Sunday, February 27, 2011
THE DEMISE OF SEAN SALISBURY
If the eyes are indeed the window to the soul, then it's pretty obvious
that Sean Salisbury is in a deep, dark place. Watching him on HBO's "Real
Sports" last week, I couldn't help but feel sympathy for a man who
admits to having "lost everything". Eyes sunken, face ashen,
his hair more salt than pepper, Salisbury looks to have blitzed past
middle-aged and gone right into the line for senior citizens.
The regret and burden of making one colossal mistake, appears to
have sucked the life out of a man, who at times, was the life of every party.
Salisbury's weak moment and big mistake, came at an after party
at a Connecticut bar nearly five years ago. The ex-NFL quarterback
and ESPN analyst, had taken a cell phone picture of his pecker
and shown it to a co-worker, which of course, is a no-no.
People talk, rumors fly, and the next thing Salisbury knew,
he was suspended by ESPN for a week. When his contract came
up for renewal in 2008, the world-wide leader passed and Salisbury
was on the street.
As an NFL analyst, the former USC quarterback wasn't great
at breaking down games, and his condescending attitude and the
vitriol he spewed towards NFL insider John Clayton, was both
unnecessary and uncomfortable. During one segment, Salisbury,
called Clayton "the crypt keeper." ESPN had an excuse to
drop Salisbury and they used it.
Salisbury lost a great job, but he would lose much more on his
path of self-destruction: his reputation and any chance of making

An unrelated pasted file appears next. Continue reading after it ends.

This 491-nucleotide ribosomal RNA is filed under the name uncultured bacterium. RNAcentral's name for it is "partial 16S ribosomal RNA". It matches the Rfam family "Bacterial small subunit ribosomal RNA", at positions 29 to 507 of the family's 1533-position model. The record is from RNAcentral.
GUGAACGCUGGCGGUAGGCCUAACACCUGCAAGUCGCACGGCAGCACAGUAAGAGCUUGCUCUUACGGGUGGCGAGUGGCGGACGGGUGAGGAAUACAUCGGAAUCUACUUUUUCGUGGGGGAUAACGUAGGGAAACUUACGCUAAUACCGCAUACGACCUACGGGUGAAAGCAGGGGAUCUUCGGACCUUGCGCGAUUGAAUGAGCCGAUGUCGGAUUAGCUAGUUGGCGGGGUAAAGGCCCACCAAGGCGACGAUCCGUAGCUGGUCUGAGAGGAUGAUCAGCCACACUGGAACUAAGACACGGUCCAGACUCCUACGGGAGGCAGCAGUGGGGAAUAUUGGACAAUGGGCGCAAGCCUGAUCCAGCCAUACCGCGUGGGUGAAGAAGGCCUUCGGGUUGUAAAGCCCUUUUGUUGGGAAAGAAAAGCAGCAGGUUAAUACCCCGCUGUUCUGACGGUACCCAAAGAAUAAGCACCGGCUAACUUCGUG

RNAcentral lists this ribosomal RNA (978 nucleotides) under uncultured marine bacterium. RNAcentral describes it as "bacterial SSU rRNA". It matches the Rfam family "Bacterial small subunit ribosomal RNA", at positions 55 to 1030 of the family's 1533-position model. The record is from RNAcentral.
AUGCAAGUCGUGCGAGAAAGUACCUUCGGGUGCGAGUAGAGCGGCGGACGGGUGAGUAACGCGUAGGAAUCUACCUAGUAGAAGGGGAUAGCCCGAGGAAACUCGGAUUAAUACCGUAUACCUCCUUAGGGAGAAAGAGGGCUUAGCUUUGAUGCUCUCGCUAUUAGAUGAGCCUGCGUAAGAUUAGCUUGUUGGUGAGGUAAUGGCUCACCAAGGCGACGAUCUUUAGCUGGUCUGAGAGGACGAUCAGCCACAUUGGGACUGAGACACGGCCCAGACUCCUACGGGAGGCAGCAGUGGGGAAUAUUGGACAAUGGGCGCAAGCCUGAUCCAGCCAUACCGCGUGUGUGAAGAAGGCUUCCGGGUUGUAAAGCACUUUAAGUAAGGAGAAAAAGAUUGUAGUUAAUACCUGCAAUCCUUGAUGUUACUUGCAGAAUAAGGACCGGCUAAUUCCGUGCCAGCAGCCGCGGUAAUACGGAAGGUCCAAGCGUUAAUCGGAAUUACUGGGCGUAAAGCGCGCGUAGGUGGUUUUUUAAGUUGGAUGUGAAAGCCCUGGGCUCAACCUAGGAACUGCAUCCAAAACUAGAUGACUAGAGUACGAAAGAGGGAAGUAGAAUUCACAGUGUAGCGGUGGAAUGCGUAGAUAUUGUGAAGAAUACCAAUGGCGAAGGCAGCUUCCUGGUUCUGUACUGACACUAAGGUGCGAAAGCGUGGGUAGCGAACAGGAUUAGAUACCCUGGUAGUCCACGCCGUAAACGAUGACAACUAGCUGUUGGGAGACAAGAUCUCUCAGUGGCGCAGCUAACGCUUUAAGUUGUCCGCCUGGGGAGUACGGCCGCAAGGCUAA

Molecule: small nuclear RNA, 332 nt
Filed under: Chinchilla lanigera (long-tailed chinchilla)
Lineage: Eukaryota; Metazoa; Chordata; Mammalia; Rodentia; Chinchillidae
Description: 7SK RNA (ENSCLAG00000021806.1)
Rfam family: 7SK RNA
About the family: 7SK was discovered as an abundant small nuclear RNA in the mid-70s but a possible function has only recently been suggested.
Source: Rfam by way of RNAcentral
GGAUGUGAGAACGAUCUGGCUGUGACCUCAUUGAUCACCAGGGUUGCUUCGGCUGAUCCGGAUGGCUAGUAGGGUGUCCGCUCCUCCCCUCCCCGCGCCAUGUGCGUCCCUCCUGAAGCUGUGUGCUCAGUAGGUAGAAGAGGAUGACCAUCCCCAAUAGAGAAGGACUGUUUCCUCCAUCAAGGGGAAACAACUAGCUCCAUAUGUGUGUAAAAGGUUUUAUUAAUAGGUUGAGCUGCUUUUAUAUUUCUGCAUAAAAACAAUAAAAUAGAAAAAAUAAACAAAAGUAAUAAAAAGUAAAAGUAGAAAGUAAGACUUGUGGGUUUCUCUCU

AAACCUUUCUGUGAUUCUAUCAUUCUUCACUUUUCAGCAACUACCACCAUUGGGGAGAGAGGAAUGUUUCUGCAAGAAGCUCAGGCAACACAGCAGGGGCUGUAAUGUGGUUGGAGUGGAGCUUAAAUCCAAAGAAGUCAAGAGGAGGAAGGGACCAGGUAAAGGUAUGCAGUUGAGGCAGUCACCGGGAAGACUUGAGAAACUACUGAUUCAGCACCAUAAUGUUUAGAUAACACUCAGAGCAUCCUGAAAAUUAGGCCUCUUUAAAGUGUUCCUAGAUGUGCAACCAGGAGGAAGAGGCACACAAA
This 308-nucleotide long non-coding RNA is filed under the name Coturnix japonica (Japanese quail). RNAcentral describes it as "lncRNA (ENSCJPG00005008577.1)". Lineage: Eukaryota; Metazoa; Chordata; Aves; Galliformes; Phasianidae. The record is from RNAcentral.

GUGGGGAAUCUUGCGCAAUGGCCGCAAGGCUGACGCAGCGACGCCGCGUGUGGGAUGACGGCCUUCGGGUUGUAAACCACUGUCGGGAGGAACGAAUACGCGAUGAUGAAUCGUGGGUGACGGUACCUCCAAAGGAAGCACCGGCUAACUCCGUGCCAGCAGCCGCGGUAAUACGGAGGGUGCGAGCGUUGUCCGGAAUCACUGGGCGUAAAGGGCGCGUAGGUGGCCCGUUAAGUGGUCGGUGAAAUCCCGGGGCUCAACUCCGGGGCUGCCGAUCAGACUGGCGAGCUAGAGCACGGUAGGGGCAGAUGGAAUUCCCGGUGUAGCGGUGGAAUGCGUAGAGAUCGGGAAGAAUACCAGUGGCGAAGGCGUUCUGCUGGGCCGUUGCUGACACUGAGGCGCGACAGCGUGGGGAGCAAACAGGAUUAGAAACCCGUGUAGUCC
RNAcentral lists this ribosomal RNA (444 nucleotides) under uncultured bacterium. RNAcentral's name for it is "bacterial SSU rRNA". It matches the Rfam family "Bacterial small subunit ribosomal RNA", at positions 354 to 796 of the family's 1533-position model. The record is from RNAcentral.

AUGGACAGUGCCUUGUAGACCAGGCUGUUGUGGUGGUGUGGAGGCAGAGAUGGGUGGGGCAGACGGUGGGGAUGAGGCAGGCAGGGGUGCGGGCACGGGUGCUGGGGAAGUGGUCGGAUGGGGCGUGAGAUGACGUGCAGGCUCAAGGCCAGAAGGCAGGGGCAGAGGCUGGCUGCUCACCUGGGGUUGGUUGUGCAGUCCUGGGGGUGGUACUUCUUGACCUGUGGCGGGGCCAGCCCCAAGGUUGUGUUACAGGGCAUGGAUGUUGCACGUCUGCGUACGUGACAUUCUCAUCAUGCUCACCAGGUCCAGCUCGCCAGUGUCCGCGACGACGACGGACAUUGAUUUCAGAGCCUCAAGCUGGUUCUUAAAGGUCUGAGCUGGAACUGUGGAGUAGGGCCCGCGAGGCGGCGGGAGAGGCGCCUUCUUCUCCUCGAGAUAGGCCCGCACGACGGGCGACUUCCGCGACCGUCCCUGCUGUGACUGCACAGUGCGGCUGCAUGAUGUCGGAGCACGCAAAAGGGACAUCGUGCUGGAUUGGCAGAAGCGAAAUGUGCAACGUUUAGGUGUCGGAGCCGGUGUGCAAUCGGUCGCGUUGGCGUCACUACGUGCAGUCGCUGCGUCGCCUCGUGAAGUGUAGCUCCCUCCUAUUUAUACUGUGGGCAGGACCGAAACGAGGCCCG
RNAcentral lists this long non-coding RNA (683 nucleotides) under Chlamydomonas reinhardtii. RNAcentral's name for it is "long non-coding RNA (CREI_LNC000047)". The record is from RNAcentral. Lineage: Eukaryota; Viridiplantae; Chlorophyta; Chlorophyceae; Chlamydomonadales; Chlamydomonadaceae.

a career comeback. In an interview with Deadspin, the website
which broke the story on Brett Favre's sext-messaging scandal,
Salisbury denied what most in the broadcasting already knew-that
he had indeed taken a picture of his genitals and showed it off.
Salisbury, who got fired from his first job after ESPN, working
at a radio station in Dallas, then made another significant blunder.
He chose to get into a text-messaging battle with Deadspin, threatening
to sue them for defaming him and promising to write a tell-all book
about the shenanigan's at ESPN. The more he texted, the more
Salisbury dug a hole for himself. Deadspin printed his texts for the
world to see and Salisbury came across looking like a deranged man
on the verge of a breakdown.
Last January, to cleanse himself and perhaps save what was left
of his career, Salisbury admitted that he did show a co-worker a picture
of his genitals. He also said that he was dropping his lawsuits against
Deadspin and wouldn't write a tell-all book against ESPN.
That's all well and good, but the damage has been done. Nobody in
broadcasting is going to hire a guy who has produced more baggage
than Samsonite. Oh sure, people in the business have done things
worse than taken pictures of their pecker and been hired for other jobs.
Marv Albert comes to mind. But Salisbury is no Marv Albert. He's just
a former NFL back-up QB, who didn't stand out on television.
There is a line from Bristol to Boston with ex-NFL players who are
more talented than Salisbury as an analyst.
Second of all, Salisbury learned a valuable lesson that a lot of athletes
from Tiger Woods to Brett Favre didn't. Cell phone pictures and texts
can destroy you. And battling those who wield a mighty sword on
the Internet is suicide. The Internet is forever. Nothing can be erased
or taken back. Things got so bad for Salisbury in his battle with Deadspin,
his son e-mailed the editor of the website to ask them to lay off
his dad because he was going through a hard time.
At least, Salisbury didn't have to see his penis show up on the Internet
like Favre, Grady Sizemore, and Greg Oden. Those athletes suffered
tremendous humiliation, but didn't lose their livelihood. Salisbury did,
and I'm just hoping he can somehow find peace and serenity. Because
the road he's headed on now, doesn't appear to be a good one.